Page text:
Schöffel has surveyed more than 4,000 Germans in recent weeks - including 1,081 winter sports enthusiasts. In order, as managing partner Peter Schöffel says, "to substantiate our gut feeling with regard to the coming winter with data."
As expected, the answers from winter sports enthusiasts are mixed in the middle of the Corona pandemic: only seven percent are planning their winter holidays as usual, and almost half of those surveyed have concerns about the coming season. However, 53 percent do not want to reduce their winter sports activities either, and as many as 72 percent agree that outdoor activities during the cold season boost their immune system.
"This shows: People want to go outside even in winter. The need for it has even increased significantly. On the other hand, many people wonder how that can look like on vacation or on an excursion in reality. At this point, the outdoor industry is just as much tested as the hotel industry, lift operators or tourism centres", says Peter Schöffel in an exclusive interview with ISPO.com.
The man, who runs his company with a 216-year history in the seventh generation of the family, is not afraid: "Corona is without doubt a challenge for the industry today. But it's more than that: it's also an opportunity. After all, the topics of sport and outdoor in connection with health are more important than ever."
In Schöffel's view, there is therefore plenty of reason for optimism for the sports and outdoor industry, particularly with regard to long-term growth opportunities. However, according to Schöffel, all relevant players must do their homework properly before the coming winter because of the corona infection situation.
"The magic words here are consistent customer focus and cross-sector cooperation. Everyone must ask themselves: How do we get people outdoors? And how do we convince people from Berlin or Bottrop that their winter holiday is not only beautiful but also safe? This requires a suitable overall package," says Peter Schöffel.
According to the Schöffel survey, 22 percent of the winter sports enthusiasts surveyed will decide on a holiday at very short notice. Accommodation establishments must also be flexible: A total of 68 percent of the relevant target group plan their winter holidays individually or in a holiday flat/ winter camp instead of in a hotel. Small ski resorts will be in greater demand this winter, with sport again taking centre stage instead of après-ski.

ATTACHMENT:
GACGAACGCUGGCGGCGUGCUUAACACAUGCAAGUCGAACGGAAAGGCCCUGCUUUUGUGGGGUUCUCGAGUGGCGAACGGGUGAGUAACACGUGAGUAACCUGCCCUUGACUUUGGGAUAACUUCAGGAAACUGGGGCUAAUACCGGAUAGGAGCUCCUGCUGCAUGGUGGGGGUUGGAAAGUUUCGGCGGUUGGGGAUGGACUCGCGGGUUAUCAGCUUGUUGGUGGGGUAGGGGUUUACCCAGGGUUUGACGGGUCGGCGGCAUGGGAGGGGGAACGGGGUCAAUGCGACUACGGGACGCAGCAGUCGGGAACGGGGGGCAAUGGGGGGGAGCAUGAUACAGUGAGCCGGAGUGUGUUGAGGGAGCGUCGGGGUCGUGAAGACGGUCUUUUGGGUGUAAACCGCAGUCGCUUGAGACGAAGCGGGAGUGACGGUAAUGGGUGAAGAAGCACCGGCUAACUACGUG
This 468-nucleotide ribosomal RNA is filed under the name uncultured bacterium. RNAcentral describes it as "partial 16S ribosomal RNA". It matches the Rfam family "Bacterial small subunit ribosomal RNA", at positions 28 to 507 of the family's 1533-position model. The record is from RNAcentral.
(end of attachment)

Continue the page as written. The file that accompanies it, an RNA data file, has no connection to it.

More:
Because the situation in the alpine skiing sector will be a challenge, other offers will also have to be strengthened, according to Peter Schöffel. According to the survey, winter hiking, for example, is at the top of the list of favourite winter sports activities - even before the duo of alpine skiing and snowboarding. Cross-country skiing, snowshoeing, ski touring or winter biking - all sports with a rather low risk of infection - are also mentioned.
"I am in permanent contact with many winter sports regions such as Arlberg or Kitzbühel. There will be many new offers in these areas: We will not only experience three or four cleared winter hiking trails, but a new variety," Peter Schöffel is sure. "The winter sports areas have prepared themselves for numerous activities."
Experiences have already been made: In the summer rush of outdoor fans, for example, many positive experiences have been made with the mountain railways or in terms of offer diversification, on which one can build.
With a view to customer needs and the increased need to be actively outdoors, the Schöffel company (advertising slogan: "I'm out") is building a third pillar alongside the traditional outdoor and ski clothing segments with bike offers. "Many people are currently sceptical about public transport and prefer to travel by bike. They definitely need clothing for this, and we see this as a long-term opportunity," explains Peter Schöffel.
However, he says it is important to offer not only clothing for demanding athletes, but also multifunctional jackets and trousers: "You need clothing that works 365 days a year, no matter what the activity.
In general, just as in the food industry ("I want to know where my meat comes from"), an increased awareness of sustainability and regionality can also be observed in the sports and outdoor industry.
"Our trips have become smaller: We no longer fly to New Zealand to hike, but discover local regions with a new self-image," says Peter Schöffel. This has nothing to do with provincialism, but rather with a focus on the essentials.
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And according to Peter Schöffel, sport and outdoor activities are experiencing a whole new value: "The potential for being outdoors has increased massively. Certainly Corona is massively increasing the pressure on the industry, because business models are being radically questioned and the offers have to be brought even more consistently to the point. Nevertheless, if you think in a 5 or 10-year period, the situation offers great opportunities for growth."